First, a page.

Tuesday, June 12, 2012

Both ways now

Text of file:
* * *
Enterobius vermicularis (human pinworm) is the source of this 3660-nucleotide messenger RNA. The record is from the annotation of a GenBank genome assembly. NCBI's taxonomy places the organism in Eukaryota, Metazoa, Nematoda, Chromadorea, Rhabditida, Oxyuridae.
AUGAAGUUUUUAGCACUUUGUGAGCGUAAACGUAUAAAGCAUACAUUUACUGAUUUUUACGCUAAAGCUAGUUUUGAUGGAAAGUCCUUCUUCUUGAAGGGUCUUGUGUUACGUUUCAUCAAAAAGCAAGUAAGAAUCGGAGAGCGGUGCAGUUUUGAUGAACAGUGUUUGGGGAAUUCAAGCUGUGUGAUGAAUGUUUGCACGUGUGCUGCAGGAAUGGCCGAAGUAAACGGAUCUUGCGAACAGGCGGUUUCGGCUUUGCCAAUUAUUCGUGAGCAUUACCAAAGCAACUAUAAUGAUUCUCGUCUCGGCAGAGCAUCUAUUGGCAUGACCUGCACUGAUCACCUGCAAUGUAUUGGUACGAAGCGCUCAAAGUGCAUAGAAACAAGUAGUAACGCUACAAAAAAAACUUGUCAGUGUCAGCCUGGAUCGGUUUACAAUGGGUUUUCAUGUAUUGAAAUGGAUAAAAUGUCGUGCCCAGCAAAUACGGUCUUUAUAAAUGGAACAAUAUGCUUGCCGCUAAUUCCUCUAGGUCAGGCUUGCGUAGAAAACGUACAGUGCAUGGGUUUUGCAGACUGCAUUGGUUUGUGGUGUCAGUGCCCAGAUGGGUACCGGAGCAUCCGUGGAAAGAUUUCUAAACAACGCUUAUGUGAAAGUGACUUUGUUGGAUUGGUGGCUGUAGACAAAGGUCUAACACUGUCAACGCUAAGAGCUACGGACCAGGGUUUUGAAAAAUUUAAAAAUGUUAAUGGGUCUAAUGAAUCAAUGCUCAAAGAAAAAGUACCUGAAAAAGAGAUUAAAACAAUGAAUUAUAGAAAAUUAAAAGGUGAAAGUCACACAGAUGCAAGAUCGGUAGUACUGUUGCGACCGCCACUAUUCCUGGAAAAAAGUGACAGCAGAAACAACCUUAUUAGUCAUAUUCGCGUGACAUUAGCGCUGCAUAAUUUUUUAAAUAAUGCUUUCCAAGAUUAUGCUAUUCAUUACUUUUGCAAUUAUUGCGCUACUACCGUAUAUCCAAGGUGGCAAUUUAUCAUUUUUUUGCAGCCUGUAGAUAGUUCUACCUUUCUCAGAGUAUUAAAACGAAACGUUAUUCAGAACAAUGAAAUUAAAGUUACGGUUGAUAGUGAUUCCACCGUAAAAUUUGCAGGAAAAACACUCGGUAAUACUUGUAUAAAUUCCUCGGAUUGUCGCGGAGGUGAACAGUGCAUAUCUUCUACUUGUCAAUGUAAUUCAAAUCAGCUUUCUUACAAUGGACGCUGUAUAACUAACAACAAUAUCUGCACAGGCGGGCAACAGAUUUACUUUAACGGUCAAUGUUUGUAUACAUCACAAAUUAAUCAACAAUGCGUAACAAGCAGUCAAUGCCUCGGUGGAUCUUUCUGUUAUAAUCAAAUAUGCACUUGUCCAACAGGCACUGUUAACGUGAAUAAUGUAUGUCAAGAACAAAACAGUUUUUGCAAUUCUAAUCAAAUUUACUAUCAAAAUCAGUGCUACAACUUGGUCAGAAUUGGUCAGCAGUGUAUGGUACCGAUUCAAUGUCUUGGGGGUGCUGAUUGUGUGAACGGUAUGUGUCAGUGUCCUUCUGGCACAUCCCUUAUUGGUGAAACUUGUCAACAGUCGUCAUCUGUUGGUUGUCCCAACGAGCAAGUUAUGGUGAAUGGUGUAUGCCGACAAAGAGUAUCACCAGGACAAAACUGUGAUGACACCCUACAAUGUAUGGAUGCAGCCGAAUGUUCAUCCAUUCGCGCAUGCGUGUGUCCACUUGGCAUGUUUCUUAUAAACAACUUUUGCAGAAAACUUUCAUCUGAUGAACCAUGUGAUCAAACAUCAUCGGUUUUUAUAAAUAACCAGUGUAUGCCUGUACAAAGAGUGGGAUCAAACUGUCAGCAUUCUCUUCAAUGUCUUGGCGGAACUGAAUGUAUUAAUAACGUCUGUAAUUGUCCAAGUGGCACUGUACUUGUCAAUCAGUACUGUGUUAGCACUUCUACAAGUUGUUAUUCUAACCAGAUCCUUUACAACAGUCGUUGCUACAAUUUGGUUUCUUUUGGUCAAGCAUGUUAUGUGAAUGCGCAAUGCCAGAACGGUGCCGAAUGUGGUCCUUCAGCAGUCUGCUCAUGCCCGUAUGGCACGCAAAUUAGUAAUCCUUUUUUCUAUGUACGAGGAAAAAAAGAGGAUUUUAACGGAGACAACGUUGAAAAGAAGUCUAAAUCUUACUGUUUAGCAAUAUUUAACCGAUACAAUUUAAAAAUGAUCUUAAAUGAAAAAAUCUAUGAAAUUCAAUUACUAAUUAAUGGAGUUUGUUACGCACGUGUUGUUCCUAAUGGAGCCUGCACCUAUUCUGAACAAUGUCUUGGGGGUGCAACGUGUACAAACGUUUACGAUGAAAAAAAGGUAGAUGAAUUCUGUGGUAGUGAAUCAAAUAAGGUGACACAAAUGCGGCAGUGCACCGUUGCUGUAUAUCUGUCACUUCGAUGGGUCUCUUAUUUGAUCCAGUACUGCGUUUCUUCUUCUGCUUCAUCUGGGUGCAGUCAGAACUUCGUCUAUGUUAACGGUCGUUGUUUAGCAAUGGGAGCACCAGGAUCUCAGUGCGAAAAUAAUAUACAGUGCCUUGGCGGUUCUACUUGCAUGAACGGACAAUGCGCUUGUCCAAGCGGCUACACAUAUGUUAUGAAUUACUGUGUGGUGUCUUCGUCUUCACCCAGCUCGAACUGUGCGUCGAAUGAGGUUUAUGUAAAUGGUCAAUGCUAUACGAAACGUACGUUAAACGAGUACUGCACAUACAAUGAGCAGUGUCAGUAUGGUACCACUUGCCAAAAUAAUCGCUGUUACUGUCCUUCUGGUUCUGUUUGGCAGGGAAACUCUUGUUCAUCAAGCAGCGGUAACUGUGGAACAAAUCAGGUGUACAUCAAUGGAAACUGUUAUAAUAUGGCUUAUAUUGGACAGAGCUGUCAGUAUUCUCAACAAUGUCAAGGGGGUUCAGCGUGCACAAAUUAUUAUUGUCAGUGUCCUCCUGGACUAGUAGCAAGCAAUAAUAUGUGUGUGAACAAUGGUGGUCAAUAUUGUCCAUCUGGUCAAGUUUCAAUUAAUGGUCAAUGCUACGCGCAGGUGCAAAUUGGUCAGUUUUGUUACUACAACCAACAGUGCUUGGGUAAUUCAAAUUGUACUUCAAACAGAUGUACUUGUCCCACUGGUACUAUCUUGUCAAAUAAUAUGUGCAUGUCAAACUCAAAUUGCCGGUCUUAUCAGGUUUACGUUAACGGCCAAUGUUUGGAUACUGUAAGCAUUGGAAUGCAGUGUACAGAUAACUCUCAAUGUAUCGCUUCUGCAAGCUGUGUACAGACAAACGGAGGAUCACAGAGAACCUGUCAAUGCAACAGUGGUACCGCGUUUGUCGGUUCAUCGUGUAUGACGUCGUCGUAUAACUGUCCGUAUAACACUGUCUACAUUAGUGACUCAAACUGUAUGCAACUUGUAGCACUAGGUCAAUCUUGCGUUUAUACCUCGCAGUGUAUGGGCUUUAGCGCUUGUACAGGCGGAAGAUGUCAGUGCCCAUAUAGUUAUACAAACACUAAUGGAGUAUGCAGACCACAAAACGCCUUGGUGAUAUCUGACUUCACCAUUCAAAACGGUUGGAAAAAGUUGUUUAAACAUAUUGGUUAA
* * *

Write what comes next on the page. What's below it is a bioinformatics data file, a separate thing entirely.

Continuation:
To spend a week in Montreal, as I just have, is to be exposed to the stimulus of a great city where two major languages are in common and equal use. Everybody, it seems, speaks both French and English. French is more conspicuous—it's the language of the Quebec provincial parliament and most media—but all public signs are in both languages, and most people we met seemed to have no trouble switching between the two. After a few days, it's impossible for an English-speaker not to start picking up a bit of French and enjoying the way that any new language opens up your mind or at least lifts it out of its usual monolingual rut. You see the world differently through another tongue, as it were; that tongue becomes a third eye. But quite apart from one's personal linguistic potential, the best thing about public bilingualism is that it honours, celebrates and gives equal value to both languages. Imagine, then, what a terrific shot in the arm it would be for New Zealand if Maori had equal status with English. Imagine if it had to be taught in all schools at all levels, no argument. Imagine if articulacy in both languages became a de facto requirement of electability for politicians. Not just in Quebec but in Canadian politics as a whole it's becoming more and more necessary, if you want to win public office, to be bilingual. It remains deeply dismaying that for all the progress that has been made on Treaty issues over the past 25 years, virtually no Pakeha MPs can speak Maori. So I completely agree with Jeffrey Paparoa Holman when he urges all New Zealanders to learn te reo, as he has, and I'd go further in urging political parties to push for total bilingualism. It would be a huge step, if not the deciding step, towards genuine equality for Maori. 'If te reo Maori is to survive,' Holman says, 'then what happens in Maori has to matter as much as what happens in English.' I would say, equally, if what happens in Maori is to survive, then te reo must matter as much as English. An impossible dream, you say? Not so; nor does it require a revolution. Fifty years ago public life in Quebec was dominated by the English language. Everything began to change with the election in 1976 of the Parti QuebeƧois, which passed legislation promoting the primacy of French. It was all done democratically, and today, as I say, French is officially No 1: but English is just as valid and relevant, and Montreal anyway thrives on not being a monoculture. In all essential respects New Zealand, alas, still is one. That can change.

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